information that’s out there now We didn’t know what was actually expected of us And we didn’t know what we needed to do in terms of disinfecting buildings We didn’t know a lot of things that are widely available and are being discussed widely And we’re going to follow each one of those guidelines And there were some comments on the chat about what folks who are immunocompromised, have families or different kind of personal situations that will prevent them from coming back We’re going to work with everybody to make sure that we do this in a phased fashion There won’t be people, and that’s part of the federal plan and local plan, state plan, is to continue to have staggered work schedules, to continue to encourage teleworking as much as possible So we’re not just jumping into this and haphazardly thinking about doing this There’s been questions and raised on the chat about PPE and who’s going to be providing that So right now we’re going through a process to determining what we actually will need Face masks, face shields, partitions, thermometers, various other kinds of things, hand sanitizer So we’re taking inventory of what we have, what we would need, and at this point the University will be providing most of that to our campus and the students We don’t want to put an extra burden on that for the employees and the students But I do want to tell you that we’re going through this in a very methodical, careful, restrained way We’re not rushing into in addition Jeff: Rick, if I could follow up on that, I think you’re right, a lot of the questions are what about, what about, some of those logistics questions It might be early to know for sure But as you think about a staggered approach and phasing this in, how long do you anticipate that stagger to be? Do you think we would be at full staff and faculty on the campus even in the fall? Dr. Muma: I think in just what I’m reading, what I’m hearing, I think we’re going to be in sort of a stagger situation probably for the foreseeable future But we’re going to be open where people can come to campus physically So and that just depends on, you know, the burden of the disease in the community Right now we have over 300 cases We have community spread That’s a concern We’re doing more testing as well So that’s opening up that information to the community So it’s hard to say, Jeff, how long that’s going to take But we’re going to take however long we need to, would be the answer for that And, you know, it’s going to be a difference in what we’ve been doing before It’s not going to be turning on a light switch and, oh, everybody show up at work on the 26th It’s not going to be that way at all Jeff: Yeah I think the questions are concerns about rooted in anxiety that people might have to come back to campus And I think people might like to hear that for some people, we know there will be staggered work schedules and they might not be back for awhile Dr. Muma: Yeah And as more information comes together as these work groups continue to work on some of their plans, we’ll have more information to share as we go through the process Jeff: In the chat I promised one person I’d ask her question So I better do that before we get to 5:00 There’s a question about why we’re reopening right after memorial day if everybody is traveling for Memorial Day, shouldn’t we wait two weeks after that before we start phasing people back on to the campus? Dr. Golden: Why are you traveling? Dr. Muma: Yeah So just follow up with what Jay just — the question, the rhetorical question he posed there If you look at the federal plans, local plans, state plans, they’re not recommending people to travel So that’s something that we’re going to be communicating to the campus We’re not going to be traveling in any way that’s non-essential It sounds like that would be an obvious thing to do But I think most people are probably not going to travel They’re probably not going to go on a big vacation over Memorial Day and congregate around a lake and barbecues and that sort of thing Certainly that’s not something that we’re — that any public official is encouraging at this point Jeff: We’ve talked about faculty and staff as it’s kind of all one big group But there’s some — there’s a question on there about RSC employees and whether they’d return under the same schedule or not? Dr. Muma: So each of the divisional vice presidents, the RSC reports up through the student affairs will be making their own plans We’ll all be following the same kind of processes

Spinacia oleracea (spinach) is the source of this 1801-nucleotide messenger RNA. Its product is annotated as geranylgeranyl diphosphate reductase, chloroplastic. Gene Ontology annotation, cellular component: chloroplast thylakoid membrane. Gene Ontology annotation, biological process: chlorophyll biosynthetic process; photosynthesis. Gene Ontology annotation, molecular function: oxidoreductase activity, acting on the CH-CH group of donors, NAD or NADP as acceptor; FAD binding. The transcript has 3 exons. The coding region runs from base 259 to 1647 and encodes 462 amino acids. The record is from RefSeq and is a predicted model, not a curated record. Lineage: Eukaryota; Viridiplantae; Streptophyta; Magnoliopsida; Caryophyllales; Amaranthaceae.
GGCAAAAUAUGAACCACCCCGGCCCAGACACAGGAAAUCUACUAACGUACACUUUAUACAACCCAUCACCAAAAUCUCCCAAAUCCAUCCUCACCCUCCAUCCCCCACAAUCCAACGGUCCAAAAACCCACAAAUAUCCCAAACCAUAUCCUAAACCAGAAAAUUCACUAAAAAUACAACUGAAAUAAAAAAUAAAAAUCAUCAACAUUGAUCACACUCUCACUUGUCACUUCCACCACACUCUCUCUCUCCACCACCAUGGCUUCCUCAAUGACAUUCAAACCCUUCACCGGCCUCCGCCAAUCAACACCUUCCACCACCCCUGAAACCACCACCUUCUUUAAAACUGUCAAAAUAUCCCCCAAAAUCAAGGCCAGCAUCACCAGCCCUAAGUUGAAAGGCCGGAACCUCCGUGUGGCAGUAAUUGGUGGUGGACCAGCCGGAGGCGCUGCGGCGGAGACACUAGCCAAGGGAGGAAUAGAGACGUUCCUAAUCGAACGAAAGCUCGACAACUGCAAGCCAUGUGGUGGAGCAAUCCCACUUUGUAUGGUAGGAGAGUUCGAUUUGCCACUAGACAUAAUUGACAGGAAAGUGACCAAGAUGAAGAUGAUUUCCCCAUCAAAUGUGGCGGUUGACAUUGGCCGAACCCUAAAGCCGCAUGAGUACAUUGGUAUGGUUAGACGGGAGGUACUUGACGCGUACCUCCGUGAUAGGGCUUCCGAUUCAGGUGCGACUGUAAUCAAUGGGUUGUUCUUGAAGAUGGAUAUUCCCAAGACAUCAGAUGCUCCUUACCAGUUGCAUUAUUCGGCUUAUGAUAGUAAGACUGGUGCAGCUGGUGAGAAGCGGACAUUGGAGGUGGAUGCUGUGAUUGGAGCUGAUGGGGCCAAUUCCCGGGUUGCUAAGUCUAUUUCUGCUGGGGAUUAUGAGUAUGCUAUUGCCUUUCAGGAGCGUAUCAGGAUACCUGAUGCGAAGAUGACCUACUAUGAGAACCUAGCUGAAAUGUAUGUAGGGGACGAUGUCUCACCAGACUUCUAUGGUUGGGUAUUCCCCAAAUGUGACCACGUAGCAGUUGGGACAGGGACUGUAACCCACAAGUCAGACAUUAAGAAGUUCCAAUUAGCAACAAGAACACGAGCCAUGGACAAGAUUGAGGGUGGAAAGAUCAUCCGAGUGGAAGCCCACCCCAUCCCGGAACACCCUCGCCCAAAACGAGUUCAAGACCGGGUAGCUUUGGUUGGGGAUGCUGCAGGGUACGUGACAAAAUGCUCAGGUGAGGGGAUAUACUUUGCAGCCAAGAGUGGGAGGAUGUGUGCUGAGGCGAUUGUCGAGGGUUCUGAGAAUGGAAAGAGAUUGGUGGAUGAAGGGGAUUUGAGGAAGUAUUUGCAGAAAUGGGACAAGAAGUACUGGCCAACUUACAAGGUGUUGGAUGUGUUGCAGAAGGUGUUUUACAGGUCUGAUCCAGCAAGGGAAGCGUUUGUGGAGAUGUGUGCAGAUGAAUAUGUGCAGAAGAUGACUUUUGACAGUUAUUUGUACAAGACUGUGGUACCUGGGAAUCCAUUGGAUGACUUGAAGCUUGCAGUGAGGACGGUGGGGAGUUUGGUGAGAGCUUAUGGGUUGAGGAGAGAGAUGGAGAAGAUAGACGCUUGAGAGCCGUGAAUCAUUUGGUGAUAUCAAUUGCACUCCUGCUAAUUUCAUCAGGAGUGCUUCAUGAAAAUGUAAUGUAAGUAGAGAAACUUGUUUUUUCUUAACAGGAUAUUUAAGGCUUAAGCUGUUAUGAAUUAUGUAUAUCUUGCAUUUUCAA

And so they’ll also be some staggered schedules for that particular organization There is some extra careful concern that goes into the RSC because that’s where a lot of the food services are located That’s where congregation space is And so there may be a situation in RSC that there’s places that are roped off where — or the furniture is taken out and distanced so people can physical distance more easily So but yes The campus will be doing the same thing in terms of how we migrate back to campus Dr. Golden: And there’s a question — [ indiscernible ] The answer is — [ indiscernible ] Regulations and rules by different communities that — way too early to tell what’s going to happen Jeff: There’s a question, concern I guess about as things start to get better what happens if we back slide as a community? Any sense of what closing again might be like for the campus? Dr. Muma: Well, I’ll step in there So I don’t want to say that that’s not going to happen Certainly Because that’s — anything is possible But, again, as I said earlier, we know a lot more about what we need to do as a community in Wichita, Sedgwick County, but also here at Wichita State If there are policies that are put in place that don’t protect the health and safety of individuals, that’s — there’s a good chance that that could happen But I don’t see that happening in this county, and I don’t see it happening in the state So, again, if we have to do something drastic, we would be prepared to do that But, again, I think that’s remote And you have to understand, when you’re looking at this disease and looking at our entire country, there’s regional differences Obviously the burden of disease in our state is not like New York or Washington state or Louisiana, although we have had some uptick in cases And that’s going to be all taken into consideration as we work through this But, again, we’re going to do it in a strategic way We’re going to listen to our community partners We’re going to do the right thing and make sure that people are protected Dr. Golden: And there’s a lot of venues for people if they have real concerns that we want to know about it So certainly with their supervisors, Senate representatives, directly contacting the VPs or myself Please let us know because we want to address them Jeff: Yeah I think that really gets at the comments that have been happening on the chat right now, with people who are on the campus working and some concerns about social distancing as that happens there Dr. Muma: Yeah We’ve been hearing about some of those concerns, and I have to tell you, I just want to remind everybody that this is a real thing and this is something that we need to be engaging in It’s hard to do And I find myself when I’m out walking around the neighborhood not youring about that But then I have to — not worrying about that But then I have to think, okay, something different is going on It takes awhile to come to grips with this But it’s important for everybody all across our campus, in our city and county, United States, to be engaging in this This is what will help us lessen the disease burden as we go forward Jeff: All right We’re getting close to our hour here Any final comments, President Golden? Provost, that you’d lake to say? Dr. Golden: I would just like to, again, thank everybody for all the hard work and dedication you put forward, not only just for our students but for each other and the community These are very trying times There’s no doubt But we will — if we stay positive, work together, communicate to one another, we’re going to get through this stronger It’s just going to — we just don’t know how long it’s going to take But I ask for your support with each other as we navigate these Dr. Muma: Yeah I echo what President Golden has said as well I really, I can’t tell you how much I appreciate the work that everybody has done and pulled together It’s beyond belief really for me When I think about what you all have done to make this transition and to keep the momentum going is beyond impressive And I trust that you will let me know, like you always do

If you have issues that come about, and I’ll make the, again, the deal that I will be as transparent as possible and making sure that we communicate fully as we move forward Jeff: Well, on behalf of all three of our Senates, thank you for giving us your time this afternoon I think we had over 700 people at one point watching I know the return to campus I think will be our main topic at the town hall in the two weeks from now And given even some last minute questions that are going on there about what we’re going to do more specifically for people who have kind of return to work questions We’ll try to get all of those asked and answered in two weeks’ time Dr. Muma: Yes, absolutely Jeff: All right Thank you all very much Thanks, Julie Dr. Golden: Have a good weekend, everybody